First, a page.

Piles of Poop

One strategy that many of us have used to remove or reduce the impact of traumatic experiences on our lives is to push them into the recesses of our minds and just not think about them. There is the belief that pretending something didn’t happen, or concealing it from our conscious mind reduces its impact on our decisions and experiences. This decision is usually made either because the traumatic experience seems too painful to think about or too hopeless to address. I often describe these experiences as piles of poop in the mind, and find them to be some of the most productive areas to explore in therapy. Let me explain…

If you have a dog, you have most likely walked into a room of your house at some point in your life and found that the dog has dropped a deuce on the floor. At this point, you have a few options of how to handle the situation. You can turn around and go to different part of the house and hope that someone else walks in, finds the mess, and cleans it up. This approach can work sometimes, but will lead to resentment from others who find themselves tasked with cleaning up messes that they know should have been your responsibility. Another potential problem with this approach is that life can become quite dysfunctional when no one comes behind you to clean up the mess and you end up living in a world of poop.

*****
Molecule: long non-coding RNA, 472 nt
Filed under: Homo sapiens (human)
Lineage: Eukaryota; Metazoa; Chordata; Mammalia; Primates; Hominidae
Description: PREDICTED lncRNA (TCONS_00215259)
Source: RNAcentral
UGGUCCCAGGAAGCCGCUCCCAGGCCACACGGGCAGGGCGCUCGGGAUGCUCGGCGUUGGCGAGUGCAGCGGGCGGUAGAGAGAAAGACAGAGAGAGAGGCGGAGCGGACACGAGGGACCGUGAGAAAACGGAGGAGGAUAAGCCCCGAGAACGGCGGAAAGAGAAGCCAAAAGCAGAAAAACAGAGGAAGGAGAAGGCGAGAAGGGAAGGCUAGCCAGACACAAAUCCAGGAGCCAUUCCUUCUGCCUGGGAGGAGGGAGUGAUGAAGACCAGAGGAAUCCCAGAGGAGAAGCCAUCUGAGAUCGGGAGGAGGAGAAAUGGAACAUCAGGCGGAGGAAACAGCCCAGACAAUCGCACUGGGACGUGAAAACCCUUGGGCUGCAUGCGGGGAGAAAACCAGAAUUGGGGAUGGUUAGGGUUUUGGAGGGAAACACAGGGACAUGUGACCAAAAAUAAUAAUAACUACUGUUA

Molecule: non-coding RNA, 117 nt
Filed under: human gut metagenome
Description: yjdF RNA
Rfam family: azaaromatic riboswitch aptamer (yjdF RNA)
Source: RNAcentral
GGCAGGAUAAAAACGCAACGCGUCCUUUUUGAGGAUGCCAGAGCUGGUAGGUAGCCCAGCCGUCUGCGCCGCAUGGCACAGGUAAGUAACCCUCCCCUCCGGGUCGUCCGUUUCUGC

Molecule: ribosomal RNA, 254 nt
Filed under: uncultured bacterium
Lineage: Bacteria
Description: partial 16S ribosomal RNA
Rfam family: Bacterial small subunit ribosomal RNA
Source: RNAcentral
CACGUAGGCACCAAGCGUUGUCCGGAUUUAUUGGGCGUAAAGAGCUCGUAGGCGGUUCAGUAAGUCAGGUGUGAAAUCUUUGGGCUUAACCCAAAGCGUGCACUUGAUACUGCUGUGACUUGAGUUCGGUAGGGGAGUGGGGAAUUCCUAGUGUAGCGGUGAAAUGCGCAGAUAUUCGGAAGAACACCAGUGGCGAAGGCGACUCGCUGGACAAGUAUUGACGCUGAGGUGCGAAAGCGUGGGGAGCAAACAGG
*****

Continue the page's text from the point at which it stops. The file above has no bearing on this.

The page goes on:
The next option involves the out of sight, out of mind principle. You can decide to push the poop into the corner so it is out of the way and put a newspaper over it so you don’t have to look at it. The problem here is that out of sight doesn’t mean out of smell. So now, even though you can’t see the poop, it still stinks. And that stink will not only affect your peace of mind, but will keep others from wanting to be around you as well. It’s hard to enjoy life while holding your breath or hiding your face in your shirt.

This leads us to the final option. You can directly address the problem, which involves acknowledging that the poop is there, picking it up, scrubbing away any mess left behind, disinfecting the floor and taking out the garbage. This approach is no fun! I’ve never met anyone who enjoys the sight or smell of dog poop, or the feeling of picking it up even through a bag. However, this is the only way to appropriately and adequately handle the situation. This is the approach that minimizes the impact that the poop will have on your life, and the lives of those who are close to you.

So, while you may be tempted to avoid your piles or to push them away to be dealt with on another day, my advice is to hit the nastiness head on. Think about the piles that exist in your mind and start cleaning them up one by one. Expect to be uncomfortable and don’t be surprised if your eyes water a bit, but know that your short term discomfort will minimize the long term negative impact of those experiences.

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